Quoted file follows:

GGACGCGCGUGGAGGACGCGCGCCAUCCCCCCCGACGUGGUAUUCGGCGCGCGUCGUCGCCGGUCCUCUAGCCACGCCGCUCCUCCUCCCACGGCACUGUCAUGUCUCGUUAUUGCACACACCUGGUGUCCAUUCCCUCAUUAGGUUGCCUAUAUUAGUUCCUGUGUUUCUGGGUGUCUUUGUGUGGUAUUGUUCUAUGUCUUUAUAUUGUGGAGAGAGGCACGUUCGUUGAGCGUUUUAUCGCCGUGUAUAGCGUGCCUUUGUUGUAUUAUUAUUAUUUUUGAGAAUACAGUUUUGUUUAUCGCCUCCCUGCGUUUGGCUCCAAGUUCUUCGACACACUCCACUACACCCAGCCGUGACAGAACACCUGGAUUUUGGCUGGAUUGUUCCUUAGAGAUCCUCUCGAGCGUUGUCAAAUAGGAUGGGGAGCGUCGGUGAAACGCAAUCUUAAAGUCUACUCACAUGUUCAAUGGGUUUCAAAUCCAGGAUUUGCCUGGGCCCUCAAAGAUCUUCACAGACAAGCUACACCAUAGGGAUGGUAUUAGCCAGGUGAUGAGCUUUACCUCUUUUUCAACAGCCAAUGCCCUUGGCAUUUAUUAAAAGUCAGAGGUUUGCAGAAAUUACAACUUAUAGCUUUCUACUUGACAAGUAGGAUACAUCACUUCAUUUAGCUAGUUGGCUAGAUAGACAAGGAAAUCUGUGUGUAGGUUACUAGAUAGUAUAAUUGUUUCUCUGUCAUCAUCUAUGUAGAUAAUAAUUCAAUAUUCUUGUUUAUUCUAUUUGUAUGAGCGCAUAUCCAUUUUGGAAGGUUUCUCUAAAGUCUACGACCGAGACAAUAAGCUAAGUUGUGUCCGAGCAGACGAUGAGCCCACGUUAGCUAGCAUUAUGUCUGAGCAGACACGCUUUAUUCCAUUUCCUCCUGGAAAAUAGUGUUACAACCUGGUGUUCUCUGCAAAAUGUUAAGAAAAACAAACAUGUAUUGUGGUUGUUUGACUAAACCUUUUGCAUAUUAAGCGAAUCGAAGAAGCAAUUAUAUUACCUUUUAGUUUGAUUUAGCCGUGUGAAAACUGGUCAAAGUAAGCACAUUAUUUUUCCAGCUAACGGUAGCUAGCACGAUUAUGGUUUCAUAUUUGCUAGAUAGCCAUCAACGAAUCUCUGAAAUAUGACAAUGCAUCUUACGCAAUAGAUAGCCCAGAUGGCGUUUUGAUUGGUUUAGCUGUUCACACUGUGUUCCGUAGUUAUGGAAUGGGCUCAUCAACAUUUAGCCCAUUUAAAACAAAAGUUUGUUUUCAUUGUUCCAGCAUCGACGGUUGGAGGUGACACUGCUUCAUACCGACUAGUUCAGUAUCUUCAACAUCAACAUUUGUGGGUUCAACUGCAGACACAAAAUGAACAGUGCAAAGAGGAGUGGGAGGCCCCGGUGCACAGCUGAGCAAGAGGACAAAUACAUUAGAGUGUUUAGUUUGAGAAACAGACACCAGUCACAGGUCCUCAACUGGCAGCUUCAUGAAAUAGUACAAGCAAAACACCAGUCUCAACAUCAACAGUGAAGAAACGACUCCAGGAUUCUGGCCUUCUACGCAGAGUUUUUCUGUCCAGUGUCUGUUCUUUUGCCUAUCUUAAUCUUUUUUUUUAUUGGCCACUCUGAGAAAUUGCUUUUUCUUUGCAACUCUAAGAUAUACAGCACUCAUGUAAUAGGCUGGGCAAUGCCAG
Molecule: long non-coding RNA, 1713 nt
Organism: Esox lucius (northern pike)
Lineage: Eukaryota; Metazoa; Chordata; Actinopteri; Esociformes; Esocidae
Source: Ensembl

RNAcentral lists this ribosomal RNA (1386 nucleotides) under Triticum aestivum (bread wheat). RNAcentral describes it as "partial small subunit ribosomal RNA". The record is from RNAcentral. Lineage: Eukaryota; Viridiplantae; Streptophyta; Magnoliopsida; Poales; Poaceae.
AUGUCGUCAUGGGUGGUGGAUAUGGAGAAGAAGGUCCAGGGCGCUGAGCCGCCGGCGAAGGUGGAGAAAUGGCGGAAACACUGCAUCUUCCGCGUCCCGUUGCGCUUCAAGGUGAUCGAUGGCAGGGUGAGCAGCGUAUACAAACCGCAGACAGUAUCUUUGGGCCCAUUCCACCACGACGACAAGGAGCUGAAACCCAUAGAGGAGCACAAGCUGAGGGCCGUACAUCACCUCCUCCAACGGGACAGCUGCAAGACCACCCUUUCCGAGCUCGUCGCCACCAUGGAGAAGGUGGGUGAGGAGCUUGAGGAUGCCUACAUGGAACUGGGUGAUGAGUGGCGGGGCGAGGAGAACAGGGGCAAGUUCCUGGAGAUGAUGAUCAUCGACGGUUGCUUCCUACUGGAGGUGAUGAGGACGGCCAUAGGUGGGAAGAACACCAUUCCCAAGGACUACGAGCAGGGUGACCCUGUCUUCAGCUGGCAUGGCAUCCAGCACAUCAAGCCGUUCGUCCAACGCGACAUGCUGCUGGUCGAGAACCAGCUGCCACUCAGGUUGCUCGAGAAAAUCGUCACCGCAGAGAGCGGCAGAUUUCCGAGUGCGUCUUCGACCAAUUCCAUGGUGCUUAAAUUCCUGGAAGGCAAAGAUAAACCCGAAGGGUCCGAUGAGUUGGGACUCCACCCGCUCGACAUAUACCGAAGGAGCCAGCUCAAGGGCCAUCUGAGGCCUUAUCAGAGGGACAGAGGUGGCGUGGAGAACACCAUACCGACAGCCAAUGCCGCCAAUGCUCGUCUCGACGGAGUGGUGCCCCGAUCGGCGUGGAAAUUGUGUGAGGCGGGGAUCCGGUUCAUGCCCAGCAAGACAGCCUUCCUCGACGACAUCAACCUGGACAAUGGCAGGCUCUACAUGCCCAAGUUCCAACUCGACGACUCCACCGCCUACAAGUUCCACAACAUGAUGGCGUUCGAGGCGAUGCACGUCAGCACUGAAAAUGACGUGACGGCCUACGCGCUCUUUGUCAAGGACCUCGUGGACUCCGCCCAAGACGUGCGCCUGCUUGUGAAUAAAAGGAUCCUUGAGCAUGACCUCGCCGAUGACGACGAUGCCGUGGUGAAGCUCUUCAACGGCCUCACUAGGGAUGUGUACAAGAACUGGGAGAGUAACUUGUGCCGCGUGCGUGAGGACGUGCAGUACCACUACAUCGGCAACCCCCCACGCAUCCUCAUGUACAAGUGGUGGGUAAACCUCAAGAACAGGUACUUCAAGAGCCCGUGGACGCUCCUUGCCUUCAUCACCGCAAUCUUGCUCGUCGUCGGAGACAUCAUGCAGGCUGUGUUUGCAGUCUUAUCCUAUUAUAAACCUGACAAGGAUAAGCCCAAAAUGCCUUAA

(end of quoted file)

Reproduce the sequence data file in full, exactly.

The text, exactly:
GGACGCGCGUGGAGGACGCGCGCCAUCCCCCCCGACGUGGUAUUCGGCGCGCGUCGUCGCCGGUCCUCUAGCCACGCCGCUCCUCCUCCCACGGCACUGUCAUGUCUCGUUAUUGCACACACCUGGUGUCCAUUCCCUCAUUAGGUUGCCUAUAUUAGUUCCUGUGUUUCUGGGUGUCUUUGUGUGGUAUUGUUCUAUGUCUUUAUAUUGUGGAGAGAGGCACGUUCGUUGAGCGUUUUAUCGCCGUGUAUAGCGUGCCUUUGUUGUAUUAUUAUUAUUUUUGAGAAUACAGUUUUGUUUAUCGCCUCCCUGCGUUUGGCUCCAAGUUCUUCGACACACUCCACUACACCCAGCCGUGACAGAACACCUGGAUUUUGGCUGGAUUGUUCCUUAGAGAUCCUCUCGAGCGUUGUCAAAUAGGAUGGGGAGCGUCGGUGAAACGCAAUCUUAAAGUCUACUCACAUGUUCAAUGGGUUUCAAAUCCAGGAUUUGCCUGGGCCCUCAAAGAUCUUCACAGACAAGCUACACCAUAGGGAUGGUAUUAGCCAGGUGAUGAGCUUUACCUCUUUUUCAACAGCCAAUGCCCUUGGCAUUUAUUAAAAGUCAGAGGUUUGCAGAAAUUACAACUUAUAGCUUUCUACUUGACAAGUAGGAUACAUCACUUCAUUUAGCUAGUUGGCUAGAUAGACAAGGAAAUCUGUGUGUAGGUUACUAGAUAGUAUAAUUGUUUCUCUGUCAUCAUCUAUGUAGAUAAUAAUUCAAUAUUCUUGUUUAUUCUAUUUGUAUGAGCGCAUAUCCAUUUUGGAAGGUUUCUCUAAAGUCUACGACCGAGACAAUAAGCUAAGUUGUGUCCGAGCAGACGAUGAGCCCACGUUAGCUAGCAUUAUGUCUGAGCAGACACGCUUUAUUCCAUUUCCUCCUGGAAAAUAGUGUUACAACCUGGUGUUCUCUGCAAAAUGUUAAGAAAAACAAACAUGUAUUGUGGUUGUUUGACUAAACCUUUUGCAUAUUAAGCGAAUCGAAGAAGCAAUUAUAUUACCUUUUAGUUUGAUUUAGCCGUGUGAAAACUGGUCAAAGUAAGCACAUUAUUUUUCCAGCUAACGGUAGCUAGCACGAUUAUGGUUUCAUAUUUGCUAGAUAGCCAUCAACGAAUCUCUGAAAUAUGACAAUGCAUCUUACGCAAUAGAUAGCCCAGAUGGCGUUUUGAUUGGUUUAGCUGUUCACACUGUGUUCCGUAGUUAUGGAAUGGGCUCAUCAACAUUUAGCCCAUUUAAAACAAAAGUUUGUUUUCAUUGUUCCAGCAUCGACGGUUGGAGGUGACACUGCUUCAUACCGACUAGUUCAGUAUCUUCAACAUCAACAUUUGUGGGUUCAACUGCAGACACAAAAUGAACAGUGCAAAGAGGAGUGGGAGGCCCCGGUGCACAGCUGAGCAAGAGGACAAAUACAUUAGAGUGUUUAGUUUGAGAAACAGACACCAGUCACAGGUCCUCAACUGGCAGCUUCAUGAAAUAGUACAAGCAAAACACCAGUCUCAACAUCAACAGUGAAGAAACGACUCCAGGAUUCUGGCCUUCUACGCAGAGUUUUUCUGUCCAGUGUCUGUUCUUUUGCCUAUCUUAAUCUUUUUUUUUAUUGGCCACUCUGAGAAAUUGCUUUUUCUUUGCAACUCUAAGAUAUACAGCACUCAUGUAAUAGGCUGGGCAAUGCCAG
Molecule: long non-coding RNA, 1713 nt
Organism: Esox lucius (northern pike)
Lineage: Eukaryota; Metazoa; Chordata; Actinopteri; Esociformes; Esocidae
Source: Ensembl

RNAcentral lists this ribosomal RNA (1386 nucleotides) under Triticum aestivum (bread wheat). RNAcentral describes it as "partial small subunit ribosomal RNA". The record is from RNAcentral. Lineage: Eukaryota; Viridiplantae; Streptophyta; Magnoliopsida; Poales; Poaceae.
AUGUCGUCAUGGGUGGUGGAUAUGGAGAAGAAGGUCCAGGGCGCUGAGCCGCCGGCGAAGGUGGAGAAAUGGCGGAAACACUGCAUCUUCCGCGUCCCGUUGCGCUUCAAGGUGAUCGAUGGCAGGGUGAGCAGCGUAUACAAACCGCAGACAGUAUCUUUGGGCCCAUUCCACCACGACGACAAGGAGCUGAAACCCAUAGAGGAGCACAAGCUGAGGGCCGUACAUCACCUCCUCCAACGGGACAGCUGCAAGACCACCCUUUCCGAGCUCGUCGCCACCAUGGAGAAGGUGGGUGAGGAGCUUGAGGAUGCCUACAUGGAACUGGGUGAUGAGUGGCGGGGCGAGGAGAACAGGGGCAAGUUCCUGGAGAUGAUGAUCAUCGACGGUUGCUUCCUACUGGAGGUGAUGAGGACGGCCAUAGGUGGGAAGAACACCAUUCCCAAGGACUACGAGCAGGGUGACCCUGUCUUCAGCUGGCAUGGCAUCCAGCACAUCAAGCCGUUCGUCCAACGCGACAUGCUGCUGGUCGAGAACCAGCUGCCACUCAGGUUGCUCGAGAAAAUCGUCACCGCAGAGAGCGGCAGAUUUCCGAGUGCGUCUUCGACCAAUUCCAUGGUGCUUAAAUUCCUGGAAGGCAAAGAUAAACCCGAAGGGUCCGAUGAGUUGGGACUCCACCCGCUCGACAUAUACCGAAGGAGCCAGCUCAAGGGCCAUCUGAGGCCUUAUCAGAGGGACAGAGGUGGCGUGGAGAACACCAUACCGACAGCCAAUGCCGCCAAUGCUCGUCUCGACGGAGUGGUGCCCCGAUCGGCGUGGAAAUUGUGUGAGGCGGGGAUCCGGUUCAUGCCCAGCAAGACAGCCUUCCUCGACGACAUCAACCUGGACAAUGGCAGGCUCUACAUGCCCAAGUUCCAACUCGACGACUCCACCGCCUACAAGUUCCACAACAUGAUGGCGUUCGAGGCGAUGCACGUCAGCACUGAAAAUGACGUGACGGCCUACGCGCUCUUUGUCAAGGACCUCGUGGACUCCGCCCAAGACGUGCGCCUGCUUGUGAAUAAAAGGAUCCUUGAGCAUGACCUCGCCGAUGACGACGAUGCCGUGGUGAAGCUCUUCAACGGCCUCACUAGGGAUGUGUACAAGAACUGGGAGAGUAACUUGUGCCGCGUGCGUGAGGACGUGCAGUACCACUACAUCGGCAACCCCCCACGCAUCCUCAUGUACAAGUGGUGGGUAAACCUCAAGAACAGGUACUUCAAGAGCCCGUGGACGCUCCUUGCCUUCAUCACCGCAAUCUUGCUCGUCGUCGGAGACAUCAUGCAGGCUGUGUUUGCAGUCUUAUCCUAUUAUAAACCUGACAAGGAUAAGCCCAAAAUGCCUUAA